"Yeah, got it right out of school. To be making some money, it was huge to have a job like that, was such a confidence builder."
His time on his first soap did a great deal to acclimate him to being a working professional actor. "This is something that you're new to, and you're sort of looking around to learn how to be. You're sort of looking at the people around you and sussing out what the acceptable behavior is.
"On Guiding Light, in particular, I felt like I had some really amazing role models. Kim Zimmer and Ron Raines and just these real professionals who were always super prepared, always on time, extremely generous with the people around them, and kind, and team players. I think that was a really important part of what I learned from Guiding Light.
"And then in a real sort of practical sense in high school and college, studying acting was always theater. So with Guiding Light, I was suddenly getting paid to learn how to be in front of the camera and learn how to be on the set and learn how to prepare for that style of working, which is very different than in theater, where you have the rehearsal process, obviously, and then you're running the show live.
"So Guiding Light taught me so many things that I guess you would consider sort of basic. It was a great place to learn."
There is a theme that runs through Pelphrey's characters. They arrive shrouded in the bad-boy mystique only to reveal many layers that Pelphrey beautifully brings to life.
"Yeah, it's interesting sometimes. It always feels like on some level, some of these things are a bit... It's a weird sort of magic that happens where you wonder, 'Are the roles mirroring my life, or is the life informing the work? Or what is the weird balance?'
"I mean, I've heard so many actors say that they sort of get roles... And it's not even in a literal sense, but you sort of get roles sometimes that are perfect for where you're at in your life or in your experience. So I've felt that way, and I've heard so many other people speak that way that there must be something to it. I'm not sure what it is.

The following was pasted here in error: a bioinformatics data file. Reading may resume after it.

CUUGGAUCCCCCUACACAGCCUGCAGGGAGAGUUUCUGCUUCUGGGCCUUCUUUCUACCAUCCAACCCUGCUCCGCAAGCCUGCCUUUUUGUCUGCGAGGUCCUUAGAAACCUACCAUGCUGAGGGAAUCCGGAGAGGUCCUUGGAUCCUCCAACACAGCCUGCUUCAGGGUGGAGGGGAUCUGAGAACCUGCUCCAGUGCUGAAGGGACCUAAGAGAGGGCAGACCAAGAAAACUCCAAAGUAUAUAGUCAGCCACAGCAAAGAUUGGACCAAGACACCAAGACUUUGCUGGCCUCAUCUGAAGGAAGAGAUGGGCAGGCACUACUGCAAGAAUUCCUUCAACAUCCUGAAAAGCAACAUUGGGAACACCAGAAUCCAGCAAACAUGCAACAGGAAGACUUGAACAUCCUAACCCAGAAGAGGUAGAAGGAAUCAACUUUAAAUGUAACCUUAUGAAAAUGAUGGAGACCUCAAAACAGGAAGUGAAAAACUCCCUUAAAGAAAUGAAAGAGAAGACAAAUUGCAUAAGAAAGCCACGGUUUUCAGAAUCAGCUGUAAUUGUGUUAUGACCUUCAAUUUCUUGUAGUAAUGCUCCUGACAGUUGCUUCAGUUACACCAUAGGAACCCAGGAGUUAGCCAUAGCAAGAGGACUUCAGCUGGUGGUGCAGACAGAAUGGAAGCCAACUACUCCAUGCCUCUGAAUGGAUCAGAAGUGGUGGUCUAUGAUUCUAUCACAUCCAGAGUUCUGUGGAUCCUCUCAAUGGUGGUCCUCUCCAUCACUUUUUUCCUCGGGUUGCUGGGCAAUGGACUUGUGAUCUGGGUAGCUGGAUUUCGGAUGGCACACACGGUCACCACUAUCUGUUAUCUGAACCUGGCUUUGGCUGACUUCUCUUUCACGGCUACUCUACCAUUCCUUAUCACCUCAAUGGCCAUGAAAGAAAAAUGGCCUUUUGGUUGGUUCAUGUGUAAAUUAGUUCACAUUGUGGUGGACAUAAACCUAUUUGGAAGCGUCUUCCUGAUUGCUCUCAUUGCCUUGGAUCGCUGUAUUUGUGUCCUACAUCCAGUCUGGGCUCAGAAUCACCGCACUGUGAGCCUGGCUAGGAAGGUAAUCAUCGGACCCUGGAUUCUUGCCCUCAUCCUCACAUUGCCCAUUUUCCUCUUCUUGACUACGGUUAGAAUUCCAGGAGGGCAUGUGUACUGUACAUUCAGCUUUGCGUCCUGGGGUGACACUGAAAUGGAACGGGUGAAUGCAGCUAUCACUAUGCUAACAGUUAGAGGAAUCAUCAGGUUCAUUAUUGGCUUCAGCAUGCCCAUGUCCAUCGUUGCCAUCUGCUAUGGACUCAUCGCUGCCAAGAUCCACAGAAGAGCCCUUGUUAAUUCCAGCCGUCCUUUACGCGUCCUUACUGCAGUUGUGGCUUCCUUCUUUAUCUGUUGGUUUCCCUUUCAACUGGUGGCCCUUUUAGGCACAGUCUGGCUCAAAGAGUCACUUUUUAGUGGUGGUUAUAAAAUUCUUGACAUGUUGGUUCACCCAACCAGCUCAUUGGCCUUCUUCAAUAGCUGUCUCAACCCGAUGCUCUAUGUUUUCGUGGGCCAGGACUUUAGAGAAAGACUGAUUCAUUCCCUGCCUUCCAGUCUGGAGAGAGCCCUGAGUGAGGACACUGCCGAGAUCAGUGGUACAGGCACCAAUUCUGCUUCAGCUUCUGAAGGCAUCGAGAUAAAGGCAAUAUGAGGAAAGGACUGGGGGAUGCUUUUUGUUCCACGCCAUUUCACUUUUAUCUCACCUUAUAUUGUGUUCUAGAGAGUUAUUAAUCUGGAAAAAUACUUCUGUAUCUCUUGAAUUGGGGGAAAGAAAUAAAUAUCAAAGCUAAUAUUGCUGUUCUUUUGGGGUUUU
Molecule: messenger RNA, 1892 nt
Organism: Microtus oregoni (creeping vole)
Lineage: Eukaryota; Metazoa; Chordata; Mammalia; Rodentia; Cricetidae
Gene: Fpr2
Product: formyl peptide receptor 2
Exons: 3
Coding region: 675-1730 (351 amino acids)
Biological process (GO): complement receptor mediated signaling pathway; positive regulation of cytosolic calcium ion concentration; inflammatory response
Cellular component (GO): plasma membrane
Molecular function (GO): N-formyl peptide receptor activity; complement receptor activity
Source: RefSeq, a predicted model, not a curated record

Pelphrey sums his process of choosing roles as determined by the writing. "To me, if the writing is good, you have a really good chance of coming out with something good. If the writing is bad, regardless of how many great people are involved, it's going to be an uphill battle.
"It's like, to me, the writing is sort of the architect's blueprint. So many people are coming to build this house. What is the thing we're all working from? So as much as I can, I just try and focus on what I think of the writing."
For his time on Ozark, Pelphrey had already binge-watched the first two seasons. He was very much a fan and very aware of the series when he got the call to audition.
"Maybe a year or so later, I got a call to come in and audition for Alexa Fogel, who I'd known for years. She had this role come up on Ozark, and it was to play Laura Linney's brother. I was excited to read it, and I read it, and it just felt like it made a ton of sense right away.
"Every now and then, you'll just get an audition that you just go, 'I understand that.' Whether I'm right or wrong, that'll be for someone else to decide, but at least it feels like I really understand this. That was the case with Ozark, and went in and went on tape with Alexa. And then a few weeks later, they called and said I got the role."
Not aware of the full arc of his character before taking the part, Pelphrey was aware that Ben would be suffering from some sort of mental illness and would arrive in town to stir things up. But once he got the role, he learned a lot more about Ben's arc.
"Everything that they do at Ozark, in my opinion, they do the right way. One of these things was before we started filming, without me even soliciting, Chris Mundy, the showrunner of Ozark, called me and basically just walked me through the entire season. He told me all about Ben and told me what was going to happen.